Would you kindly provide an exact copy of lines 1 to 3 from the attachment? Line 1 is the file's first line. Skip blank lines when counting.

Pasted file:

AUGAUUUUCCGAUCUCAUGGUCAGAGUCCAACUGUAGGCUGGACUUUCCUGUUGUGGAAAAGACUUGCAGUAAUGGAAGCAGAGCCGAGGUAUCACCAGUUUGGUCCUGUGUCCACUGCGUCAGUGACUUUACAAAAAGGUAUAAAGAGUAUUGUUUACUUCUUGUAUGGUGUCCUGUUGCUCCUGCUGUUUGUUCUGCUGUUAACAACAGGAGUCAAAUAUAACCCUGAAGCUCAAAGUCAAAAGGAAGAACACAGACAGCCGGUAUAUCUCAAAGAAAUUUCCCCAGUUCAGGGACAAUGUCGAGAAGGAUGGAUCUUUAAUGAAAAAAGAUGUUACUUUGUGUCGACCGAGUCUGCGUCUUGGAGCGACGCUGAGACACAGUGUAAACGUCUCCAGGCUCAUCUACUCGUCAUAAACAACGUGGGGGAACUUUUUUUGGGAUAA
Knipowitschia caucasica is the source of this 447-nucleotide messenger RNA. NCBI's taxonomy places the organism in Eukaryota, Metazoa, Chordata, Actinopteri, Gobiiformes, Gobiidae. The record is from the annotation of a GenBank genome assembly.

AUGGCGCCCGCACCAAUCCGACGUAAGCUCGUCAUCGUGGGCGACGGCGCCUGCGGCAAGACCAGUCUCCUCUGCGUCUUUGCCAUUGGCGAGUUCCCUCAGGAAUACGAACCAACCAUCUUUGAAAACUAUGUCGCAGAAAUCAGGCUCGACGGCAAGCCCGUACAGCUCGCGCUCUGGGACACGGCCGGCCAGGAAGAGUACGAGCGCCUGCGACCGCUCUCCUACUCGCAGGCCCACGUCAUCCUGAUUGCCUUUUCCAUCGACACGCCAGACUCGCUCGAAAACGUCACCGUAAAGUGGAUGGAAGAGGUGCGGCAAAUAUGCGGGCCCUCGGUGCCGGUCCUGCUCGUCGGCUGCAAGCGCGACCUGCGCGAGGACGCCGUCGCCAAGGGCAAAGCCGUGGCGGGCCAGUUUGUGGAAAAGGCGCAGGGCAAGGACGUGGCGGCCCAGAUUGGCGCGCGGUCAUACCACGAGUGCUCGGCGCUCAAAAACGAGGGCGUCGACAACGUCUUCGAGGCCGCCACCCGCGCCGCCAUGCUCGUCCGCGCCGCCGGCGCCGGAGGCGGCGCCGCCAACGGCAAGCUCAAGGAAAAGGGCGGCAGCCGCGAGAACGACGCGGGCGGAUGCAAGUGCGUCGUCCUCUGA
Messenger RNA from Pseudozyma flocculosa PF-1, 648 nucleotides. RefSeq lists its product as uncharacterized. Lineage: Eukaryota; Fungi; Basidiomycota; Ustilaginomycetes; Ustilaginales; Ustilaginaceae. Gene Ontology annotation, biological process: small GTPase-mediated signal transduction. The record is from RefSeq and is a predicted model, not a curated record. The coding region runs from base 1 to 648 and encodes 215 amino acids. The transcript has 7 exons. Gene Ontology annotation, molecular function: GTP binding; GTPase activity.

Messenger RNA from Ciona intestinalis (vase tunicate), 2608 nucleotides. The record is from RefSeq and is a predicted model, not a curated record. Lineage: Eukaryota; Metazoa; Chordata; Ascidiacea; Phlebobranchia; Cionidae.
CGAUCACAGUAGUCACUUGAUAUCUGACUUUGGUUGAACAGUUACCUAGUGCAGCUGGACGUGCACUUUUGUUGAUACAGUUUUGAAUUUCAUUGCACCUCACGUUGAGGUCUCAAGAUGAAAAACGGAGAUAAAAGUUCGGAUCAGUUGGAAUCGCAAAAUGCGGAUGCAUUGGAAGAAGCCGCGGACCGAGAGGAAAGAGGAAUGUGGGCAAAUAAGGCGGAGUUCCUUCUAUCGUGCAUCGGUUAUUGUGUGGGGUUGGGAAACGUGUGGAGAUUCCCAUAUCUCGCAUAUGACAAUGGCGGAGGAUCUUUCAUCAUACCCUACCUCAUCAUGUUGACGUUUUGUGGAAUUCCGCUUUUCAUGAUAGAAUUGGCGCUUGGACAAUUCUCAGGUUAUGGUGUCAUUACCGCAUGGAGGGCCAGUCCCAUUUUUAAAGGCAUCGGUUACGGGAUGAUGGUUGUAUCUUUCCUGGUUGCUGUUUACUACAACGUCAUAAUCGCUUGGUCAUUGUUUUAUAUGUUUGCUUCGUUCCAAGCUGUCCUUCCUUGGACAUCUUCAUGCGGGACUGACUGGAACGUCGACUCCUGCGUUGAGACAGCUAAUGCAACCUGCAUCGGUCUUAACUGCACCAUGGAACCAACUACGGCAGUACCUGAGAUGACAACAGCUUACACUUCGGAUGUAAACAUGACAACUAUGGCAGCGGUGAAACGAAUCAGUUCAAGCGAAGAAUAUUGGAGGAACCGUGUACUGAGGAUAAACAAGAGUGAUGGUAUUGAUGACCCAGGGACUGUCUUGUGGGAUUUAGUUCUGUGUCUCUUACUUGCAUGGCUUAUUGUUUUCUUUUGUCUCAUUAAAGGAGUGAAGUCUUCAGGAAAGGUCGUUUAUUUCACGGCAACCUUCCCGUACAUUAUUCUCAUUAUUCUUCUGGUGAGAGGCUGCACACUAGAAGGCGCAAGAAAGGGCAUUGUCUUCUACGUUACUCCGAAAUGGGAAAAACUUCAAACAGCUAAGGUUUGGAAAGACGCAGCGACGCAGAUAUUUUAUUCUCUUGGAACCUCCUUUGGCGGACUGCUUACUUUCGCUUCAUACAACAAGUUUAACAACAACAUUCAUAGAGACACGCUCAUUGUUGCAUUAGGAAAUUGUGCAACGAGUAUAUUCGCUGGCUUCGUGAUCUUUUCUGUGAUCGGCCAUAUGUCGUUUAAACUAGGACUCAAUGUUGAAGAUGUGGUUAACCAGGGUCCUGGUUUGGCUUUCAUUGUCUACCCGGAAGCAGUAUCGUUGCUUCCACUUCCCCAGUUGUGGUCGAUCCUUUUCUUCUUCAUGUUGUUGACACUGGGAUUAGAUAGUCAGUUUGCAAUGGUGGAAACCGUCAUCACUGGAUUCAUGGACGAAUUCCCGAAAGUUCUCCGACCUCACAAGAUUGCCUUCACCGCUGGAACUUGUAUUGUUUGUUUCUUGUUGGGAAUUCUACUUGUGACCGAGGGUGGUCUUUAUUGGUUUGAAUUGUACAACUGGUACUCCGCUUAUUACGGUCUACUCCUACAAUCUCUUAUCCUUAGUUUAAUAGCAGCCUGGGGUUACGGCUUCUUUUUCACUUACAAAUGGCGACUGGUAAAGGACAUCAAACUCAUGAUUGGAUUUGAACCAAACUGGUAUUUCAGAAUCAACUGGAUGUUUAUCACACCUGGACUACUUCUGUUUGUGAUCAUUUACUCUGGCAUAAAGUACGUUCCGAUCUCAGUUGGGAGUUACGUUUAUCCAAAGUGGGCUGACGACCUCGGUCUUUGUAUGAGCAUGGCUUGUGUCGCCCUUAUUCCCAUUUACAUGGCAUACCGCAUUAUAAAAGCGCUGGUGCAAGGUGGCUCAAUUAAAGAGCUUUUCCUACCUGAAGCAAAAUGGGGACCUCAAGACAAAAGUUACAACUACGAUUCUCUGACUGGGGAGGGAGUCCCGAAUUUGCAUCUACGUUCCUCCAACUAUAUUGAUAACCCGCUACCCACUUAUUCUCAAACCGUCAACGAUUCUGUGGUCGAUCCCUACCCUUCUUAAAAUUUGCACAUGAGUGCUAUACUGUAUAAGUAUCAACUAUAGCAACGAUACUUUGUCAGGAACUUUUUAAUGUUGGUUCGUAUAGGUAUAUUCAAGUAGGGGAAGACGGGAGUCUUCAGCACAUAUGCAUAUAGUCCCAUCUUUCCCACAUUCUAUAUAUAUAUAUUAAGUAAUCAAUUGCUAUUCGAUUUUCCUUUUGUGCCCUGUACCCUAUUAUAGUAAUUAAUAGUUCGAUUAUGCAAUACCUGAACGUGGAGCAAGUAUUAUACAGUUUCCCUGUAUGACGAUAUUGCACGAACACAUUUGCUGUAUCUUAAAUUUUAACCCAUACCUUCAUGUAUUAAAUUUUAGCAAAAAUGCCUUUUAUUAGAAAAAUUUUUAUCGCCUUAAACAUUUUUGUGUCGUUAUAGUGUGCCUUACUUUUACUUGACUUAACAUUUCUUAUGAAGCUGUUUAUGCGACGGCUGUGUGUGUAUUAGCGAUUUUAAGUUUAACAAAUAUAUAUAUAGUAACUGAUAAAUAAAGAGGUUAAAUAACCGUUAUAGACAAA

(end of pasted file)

AUGAUUUUCCGAUCUCAUGGUCAGAGUCCAACUGUAGGCUGGACUUUCCUGUUGUGGAAAAGACUUGCAGUAAUGGAAGCAGAGCCGAGGUAUCACCAGUUUGGUCCUGUGUCCACUGCGUCAGUGACUUUACAAAAAGGUAUAAAGAGUAUUGUUUACUUCUUGUAUGGUGUCCUGUUGCUCCUGCUGUUUGUUCUGCUGUUAACAACAGGAGUCAAAUAUAACCCUGAAGCUCAAAGUCAAAAGGAAGAACACAGACAGCCGGUAUAUCUCAAAGAAAUUUCCCCAGUUCAGGGACAAUGUCGAGAAGGAUGGAUCUUUAAUGAAAAAAGAUGUUACUUUGUGUCGACCGAGUCUGCGUCUUGGAGCGACGCUGAGACACAGUGUAAACGUCUCCAGGCUCAUCUACUCGUCAUAAACAACGUGGGGGAACUUUUUUUGGGAUAA
Knipowitschia caucasica is the source of this 447-nucleotide messenger RNA. NCBI's taxonomy places the organism in Eukaryota, Metazoa, Chordata, Actinopteri, Gobiiformes, Gobiidae. The record is from the annotation of a GenBank genome assembly.

AUGGCGCCCGCACCAAUCCGACGUAAGCUCGUCAUCGUGGGCGACGGCGCCUGCGGCAAGACCAGUCUCCUCUGCGUCUUUGCCAUUGGCGAGUUCCCUCAGGAAUACGAACCAACCAUCUUUGAAAACUAUGUCGCAGAAAUCAGGCUCGACGGCAAGCCCGUACAGCUCGCGCUCUGGGACACGGCCGGCCAGGAAGAGUACGAGCGCCUGCGACCGCUCUCCUACUCGCAGGCCCACGUCAUCCUGAUUGCCUUUUCCAUCGACACGCCAGACUCGCUCGAAAACGUCACCGUAAAGUGGAUGGAAGAGGUGCGGCAAAUAUGCGGGCCCUCGGUGCCGGUCCUGCUCGUCGGCUGCAAGCGCGACCUGCGCGAGGACGCCGUCGCCAAGGGCAAAGCCGUGGCGGGCCAGUUUGUGGAAAAGGCGCAGGGCAAGGACGUGGCGGCCCAGAUUGGCGCGCGGUCAUACCACGAGUGCUCGGCGCUCAAAAACGAGGGCGUCGACAACGUCUUCGAGGCCGCCACCCGCGCCGCCAUGCUCGUCCGCGCCGCCGGCGCCGGAGGCGGCGCCGCCAACGGCAAGCUCAAGGAAAAGGGCGGCAGCCGCGAGAACGACGCGGGCGGAUGCAAGUGCGUCGUCCUCUGA